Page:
One in three companies are loss making in the UK Orthopaedic Equipment industry
One in three companies in the UK Orthopaedic Equipment industry is making a loss as economic conditions continue to take their toll. A new study has been completed that reveals how many of these 176 loss making companies have simply had an isolated bad year and how many are burying their heads in the sand.
David Pattison, author of a new market report into company performance in the market says, “More and more companies are making a loss for the first time in their history. Many can rightly claim to be victims of difficult trading conditions. A quick refocus on profitability would ensure this an isolated occurrence”.
However, overall conditions are no excuse for a band of serial loss makers in the market. Pattison explains, “108 companies are making a loss for the second, even third year running and are simply selling at prices their business cannot sustain. They have put off making the painful decision that more prudent companies made a while ago. No one wants to trim costs, lay off staff, cancel dividend payments and the like but carrying on regardless is now unviable. They can no longer bury their heads in the sand”.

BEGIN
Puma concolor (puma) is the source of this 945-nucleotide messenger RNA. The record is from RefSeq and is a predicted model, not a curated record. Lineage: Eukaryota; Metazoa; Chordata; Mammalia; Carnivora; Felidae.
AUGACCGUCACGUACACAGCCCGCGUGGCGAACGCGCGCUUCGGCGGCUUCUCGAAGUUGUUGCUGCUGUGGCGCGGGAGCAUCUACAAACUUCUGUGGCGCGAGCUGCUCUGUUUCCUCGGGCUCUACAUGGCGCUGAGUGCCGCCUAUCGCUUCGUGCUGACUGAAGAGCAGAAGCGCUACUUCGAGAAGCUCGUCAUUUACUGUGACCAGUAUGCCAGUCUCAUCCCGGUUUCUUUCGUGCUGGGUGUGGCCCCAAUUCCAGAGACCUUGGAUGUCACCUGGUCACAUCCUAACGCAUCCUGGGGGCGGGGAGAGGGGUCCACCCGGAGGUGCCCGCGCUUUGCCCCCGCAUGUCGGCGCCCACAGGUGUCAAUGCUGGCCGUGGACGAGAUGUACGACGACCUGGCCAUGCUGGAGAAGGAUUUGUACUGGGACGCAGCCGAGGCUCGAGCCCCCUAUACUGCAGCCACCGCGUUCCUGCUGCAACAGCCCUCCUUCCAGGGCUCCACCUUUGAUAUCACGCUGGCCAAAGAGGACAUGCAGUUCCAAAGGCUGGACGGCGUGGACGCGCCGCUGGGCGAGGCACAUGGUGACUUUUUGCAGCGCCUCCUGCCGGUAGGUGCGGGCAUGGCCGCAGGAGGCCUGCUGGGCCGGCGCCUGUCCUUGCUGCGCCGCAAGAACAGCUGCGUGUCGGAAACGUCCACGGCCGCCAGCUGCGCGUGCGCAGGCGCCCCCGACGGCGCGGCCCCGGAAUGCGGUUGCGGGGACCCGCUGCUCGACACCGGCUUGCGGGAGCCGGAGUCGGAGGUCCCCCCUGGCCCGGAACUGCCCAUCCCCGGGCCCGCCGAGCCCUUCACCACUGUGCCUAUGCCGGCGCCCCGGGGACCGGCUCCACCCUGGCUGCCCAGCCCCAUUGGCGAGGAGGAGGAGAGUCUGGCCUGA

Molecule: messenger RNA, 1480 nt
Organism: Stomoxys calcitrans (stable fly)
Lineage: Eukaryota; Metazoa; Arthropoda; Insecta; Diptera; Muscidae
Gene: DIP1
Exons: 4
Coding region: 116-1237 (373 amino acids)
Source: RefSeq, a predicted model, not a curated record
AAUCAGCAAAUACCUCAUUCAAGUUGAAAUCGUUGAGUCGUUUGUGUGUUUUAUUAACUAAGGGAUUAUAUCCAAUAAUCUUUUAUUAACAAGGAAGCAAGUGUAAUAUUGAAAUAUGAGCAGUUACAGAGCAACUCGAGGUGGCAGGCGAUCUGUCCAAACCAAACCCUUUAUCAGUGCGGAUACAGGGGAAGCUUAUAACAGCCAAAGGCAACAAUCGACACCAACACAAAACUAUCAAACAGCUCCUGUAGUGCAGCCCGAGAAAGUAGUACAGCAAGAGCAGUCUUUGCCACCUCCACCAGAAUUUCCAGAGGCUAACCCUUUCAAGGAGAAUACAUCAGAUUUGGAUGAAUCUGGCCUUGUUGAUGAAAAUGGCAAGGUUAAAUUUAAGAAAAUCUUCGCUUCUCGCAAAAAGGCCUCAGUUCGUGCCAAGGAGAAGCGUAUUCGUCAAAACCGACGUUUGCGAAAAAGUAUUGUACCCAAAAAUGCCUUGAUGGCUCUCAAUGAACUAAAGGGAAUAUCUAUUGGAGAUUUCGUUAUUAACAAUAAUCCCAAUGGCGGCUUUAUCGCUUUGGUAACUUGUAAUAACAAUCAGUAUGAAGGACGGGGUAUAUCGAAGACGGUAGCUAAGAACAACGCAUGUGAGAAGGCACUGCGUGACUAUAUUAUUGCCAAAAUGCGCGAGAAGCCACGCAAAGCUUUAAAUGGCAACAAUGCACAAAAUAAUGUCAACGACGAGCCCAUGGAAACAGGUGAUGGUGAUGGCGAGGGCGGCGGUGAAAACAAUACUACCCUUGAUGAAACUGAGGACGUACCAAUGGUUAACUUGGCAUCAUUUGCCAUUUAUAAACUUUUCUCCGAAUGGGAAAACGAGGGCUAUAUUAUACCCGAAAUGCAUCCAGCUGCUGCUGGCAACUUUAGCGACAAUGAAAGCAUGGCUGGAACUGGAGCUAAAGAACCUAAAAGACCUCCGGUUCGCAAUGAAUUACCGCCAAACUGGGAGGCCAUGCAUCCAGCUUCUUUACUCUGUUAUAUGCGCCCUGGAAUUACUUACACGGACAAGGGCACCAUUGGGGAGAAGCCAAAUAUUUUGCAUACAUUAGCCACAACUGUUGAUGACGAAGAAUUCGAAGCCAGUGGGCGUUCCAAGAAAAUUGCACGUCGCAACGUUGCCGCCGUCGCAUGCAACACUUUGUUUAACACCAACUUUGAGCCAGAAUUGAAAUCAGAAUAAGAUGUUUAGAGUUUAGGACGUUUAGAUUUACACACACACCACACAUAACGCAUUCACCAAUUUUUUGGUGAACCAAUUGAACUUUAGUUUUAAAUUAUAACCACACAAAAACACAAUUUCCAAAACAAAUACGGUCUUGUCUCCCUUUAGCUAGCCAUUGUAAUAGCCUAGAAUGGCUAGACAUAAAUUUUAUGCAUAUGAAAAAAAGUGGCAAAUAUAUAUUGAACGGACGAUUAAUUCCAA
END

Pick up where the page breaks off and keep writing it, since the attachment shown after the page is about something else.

“I congratulate management teams that have made the often difficult and unpopular decisions. They have cut their cloth according to the market conditions and are more stable for it. Those failing to do so are running out of time and cash. Without a big increase in demand they cannot support their pricing strategy much longer. Watch out for a number of failures among the companies we have identified”.
The new Plimsoll Analysis – Orthopaedic Equipment provides an intimate assessment of 542 companies in the market. It will tell you instantly which companies are pursuing a reckless strategy and who is getting it right.
Readers of Orthopaedic Product News are entitled to a £50 discount of this new special edition of the Plimsoll Analysis – Orthopaedic Equipment. Call 01642 626400 for further details and quote reference PR/HC42.